In Montana, as in many jurisdictions, the equity in the marital home is often one of the biggest assets the spouses divide. The equity is the market value of the house, less any debts or liens against it. Equity is established by determining what the current market value of the home is at the time of separation. Once the spouses agree to a current market value, any debts associated with the property (mortgage, taxes, home equity loans, etc.) are deducted from the market value to arrive at the equity to be divided. Normally, making this calculation requires a paid real estate appraisal or a real estate agent can prepare a market analysis for free.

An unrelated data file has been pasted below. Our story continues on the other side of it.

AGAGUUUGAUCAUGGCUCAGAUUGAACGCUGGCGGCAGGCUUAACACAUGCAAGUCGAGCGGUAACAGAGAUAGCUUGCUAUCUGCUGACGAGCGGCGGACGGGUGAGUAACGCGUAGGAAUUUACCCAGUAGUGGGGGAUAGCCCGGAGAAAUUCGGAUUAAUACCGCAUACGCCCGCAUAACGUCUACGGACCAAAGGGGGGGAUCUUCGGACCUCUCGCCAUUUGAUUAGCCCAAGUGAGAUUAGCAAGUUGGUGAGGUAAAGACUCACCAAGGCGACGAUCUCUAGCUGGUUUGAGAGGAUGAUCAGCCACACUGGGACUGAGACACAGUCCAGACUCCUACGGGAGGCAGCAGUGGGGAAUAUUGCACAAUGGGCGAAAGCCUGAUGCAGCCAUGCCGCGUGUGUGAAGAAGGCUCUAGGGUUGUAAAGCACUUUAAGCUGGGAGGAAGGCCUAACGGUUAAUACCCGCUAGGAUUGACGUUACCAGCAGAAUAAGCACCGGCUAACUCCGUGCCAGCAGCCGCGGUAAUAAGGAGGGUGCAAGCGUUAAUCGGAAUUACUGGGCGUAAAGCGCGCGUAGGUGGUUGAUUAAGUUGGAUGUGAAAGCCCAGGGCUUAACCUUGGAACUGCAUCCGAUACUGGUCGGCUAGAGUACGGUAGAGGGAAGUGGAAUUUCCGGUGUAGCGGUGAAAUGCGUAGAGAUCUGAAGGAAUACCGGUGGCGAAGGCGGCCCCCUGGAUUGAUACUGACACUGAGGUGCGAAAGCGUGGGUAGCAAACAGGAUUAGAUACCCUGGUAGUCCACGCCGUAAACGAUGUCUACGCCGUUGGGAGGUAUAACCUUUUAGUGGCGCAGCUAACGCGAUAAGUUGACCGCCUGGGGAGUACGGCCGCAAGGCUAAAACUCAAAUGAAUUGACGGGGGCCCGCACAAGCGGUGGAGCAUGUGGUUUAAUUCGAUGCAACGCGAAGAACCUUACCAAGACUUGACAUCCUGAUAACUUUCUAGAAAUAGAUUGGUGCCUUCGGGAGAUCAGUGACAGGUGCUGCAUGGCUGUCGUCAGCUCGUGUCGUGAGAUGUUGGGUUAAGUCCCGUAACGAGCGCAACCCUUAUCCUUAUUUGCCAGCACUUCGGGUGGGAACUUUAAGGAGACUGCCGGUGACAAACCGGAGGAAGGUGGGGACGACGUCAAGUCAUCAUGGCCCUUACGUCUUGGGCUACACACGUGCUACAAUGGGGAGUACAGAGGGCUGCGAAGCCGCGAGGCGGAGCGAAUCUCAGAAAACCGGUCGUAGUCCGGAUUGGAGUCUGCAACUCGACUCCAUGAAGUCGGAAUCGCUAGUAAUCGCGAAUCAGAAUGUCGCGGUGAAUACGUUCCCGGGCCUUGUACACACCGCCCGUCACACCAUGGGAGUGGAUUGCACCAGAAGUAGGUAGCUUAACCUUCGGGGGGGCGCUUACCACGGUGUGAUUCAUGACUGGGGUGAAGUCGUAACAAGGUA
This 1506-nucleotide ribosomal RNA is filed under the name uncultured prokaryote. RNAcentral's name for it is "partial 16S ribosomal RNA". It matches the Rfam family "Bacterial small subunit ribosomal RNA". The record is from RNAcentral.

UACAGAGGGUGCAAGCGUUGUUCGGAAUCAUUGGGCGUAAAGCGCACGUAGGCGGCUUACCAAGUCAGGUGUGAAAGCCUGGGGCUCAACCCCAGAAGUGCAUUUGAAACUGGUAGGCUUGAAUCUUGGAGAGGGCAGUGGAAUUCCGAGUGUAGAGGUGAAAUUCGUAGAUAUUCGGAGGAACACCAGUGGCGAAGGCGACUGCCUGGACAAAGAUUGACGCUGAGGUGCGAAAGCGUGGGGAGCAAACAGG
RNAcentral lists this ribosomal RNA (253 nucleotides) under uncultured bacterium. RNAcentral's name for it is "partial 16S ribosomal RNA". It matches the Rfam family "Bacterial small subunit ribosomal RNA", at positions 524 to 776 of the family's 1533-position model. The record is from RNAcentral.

From there, couples choose one of three options to divide the equity:

  • The spouses sell the home and divide the proceeds.
  • One of the parties may refinance the home and “buy out” the other party.
  • One spouse (usually the custodial parent) remains in the home with the exclusive use and possession for a certain period of time (for example, until the youngest child graduates from high school), then either buys out the other spouse or sells the home and divides the proceeds.

Pensions and Retirement Accounts

In Montana, vested pensions are marital property. A pension vests when all the requirements to receive the pension have been met. Unvested pensions are also marital property. Until the pension has vested, the person under whom the pension is maintained has only an expectancy of interest in the pension.